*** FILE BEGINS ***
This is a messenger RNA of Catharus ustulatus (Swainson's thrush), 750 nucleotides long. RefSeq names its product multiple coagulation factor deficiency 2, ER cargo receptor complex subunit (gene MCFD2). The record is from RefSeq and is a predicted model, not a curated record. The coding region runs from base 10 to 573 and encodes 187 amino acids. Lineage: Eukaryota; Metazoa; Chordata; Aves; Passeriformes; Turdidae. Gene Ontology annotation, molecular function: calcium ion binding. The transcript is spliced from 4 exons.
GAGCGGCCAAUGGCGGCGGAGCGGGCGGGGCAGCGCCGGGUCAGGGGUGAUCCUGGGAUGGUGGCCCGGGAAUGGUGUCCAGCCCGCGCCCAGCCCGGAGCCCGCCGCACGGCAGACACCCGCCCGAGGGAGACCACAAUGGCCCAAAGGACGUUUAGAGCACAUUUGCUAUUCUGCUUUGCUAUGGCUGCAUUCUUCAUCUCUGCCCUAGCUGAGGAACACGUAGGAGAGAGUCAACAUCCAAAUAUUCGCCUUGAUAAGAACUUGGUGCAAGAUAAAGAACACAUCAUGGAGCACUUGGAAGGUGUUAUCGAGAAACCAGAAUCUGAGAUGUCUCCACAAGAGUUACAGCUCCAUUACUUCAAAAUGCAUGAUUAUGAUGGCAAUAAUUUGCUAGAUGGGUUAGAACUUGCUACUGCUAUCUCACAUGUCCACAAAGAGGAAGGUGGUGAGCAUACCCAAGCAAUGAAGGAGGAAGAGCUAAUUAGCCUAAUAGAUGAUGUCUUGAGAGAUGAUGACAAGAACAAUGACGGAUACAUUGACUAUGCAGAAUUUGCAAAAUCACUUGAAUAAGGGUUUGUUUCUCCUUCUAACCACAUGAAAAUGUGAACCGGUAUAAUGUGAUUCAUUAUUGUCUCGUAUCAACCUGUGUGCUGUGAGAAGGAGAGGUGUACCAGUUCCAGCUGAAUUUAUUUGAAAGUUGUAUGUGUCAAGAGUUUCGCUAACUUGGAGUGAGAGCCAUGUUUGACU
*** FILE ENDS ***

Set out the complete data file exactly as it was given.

This is a messenger RNA of Catharus ustulatus (Swainson's thrush), 750 nucleotides long. RefSeq names its product multiple coagulation factor deficiency 2, ER cargo receptor complex subunit (gene MCFD2). The record is from RefSeq and is a predicted model, not a curated record. The coding region runs from base 10 to 573 and encodes 187 amino acids. Lineage: Eukaryota; Metazoa; Chordata; Aves; Passeriformes; Turdidae. Gene Ontology annotation, molecular function: calcium ion binding. The transcript is spliced from 4 exons.
GAGCGGCCAAUGGCGGCGGAGCGGGCGGGGCAGCGCCGGGUCAGGGGUGAUCCUGGGAUGGUGGCCCGGGAAUGGUGUCCAGCCCGCGCCCAGCCCGGAGCCCGCCGCACGGCAGACACCCGCCCGAGGGAGACCACAAUGGCCCAAAGGACGUUUAGAGCACAUUUGCUAUUCUGCUUUGCUAUGGCUGCAUUCUUCAUCUCUGCCCUAGCUGAGGAACACGUAGGAGAGAGUCAACAUCCAAAUAUUCGCCUUGAUAAGAACUUGGUGCAAGAUAAAGAACACAUCAUGGAGCACUUGGAAGGUGUUAUCGAGAAACCAGAAUCUGAGAUGUCUCCACAAGAGUUACAGCUCCAUUACUUCAAAAUGCAUGAUUAUGAUGGCAAUAAUUUGCUAGAUGGGUUAGAACUUGCUACUGCUAUCUCACAUGUCCACAAAGAGGAAGGUGGUGAGCAUACCCAAGCAAUGAAGGAGGAAGAGCUAAUUAGCCUAAUAGAUGAUGUCUUGAGAGAUGAUGACAAGAACAAUGACGGAUACAUUGACUAUGCAGAAUUUGCAAAAUCACUUGAAUAAGGGUUUGUUUCUCCUUCUAACCACAUGAAAAUGUGAACCGGUAUAAUGUGAUUCAUUAUUGUCUCGUAUCAACCUGUGUGCUGUGAGAAGGAGAGGUGUACCAGUUCCAGCUGAAUUUAUUUGAAAGUUGUAUGUGUCAAGAGUUUCGCUAACUUGGAGUGAGAGCCAUGUUUGACU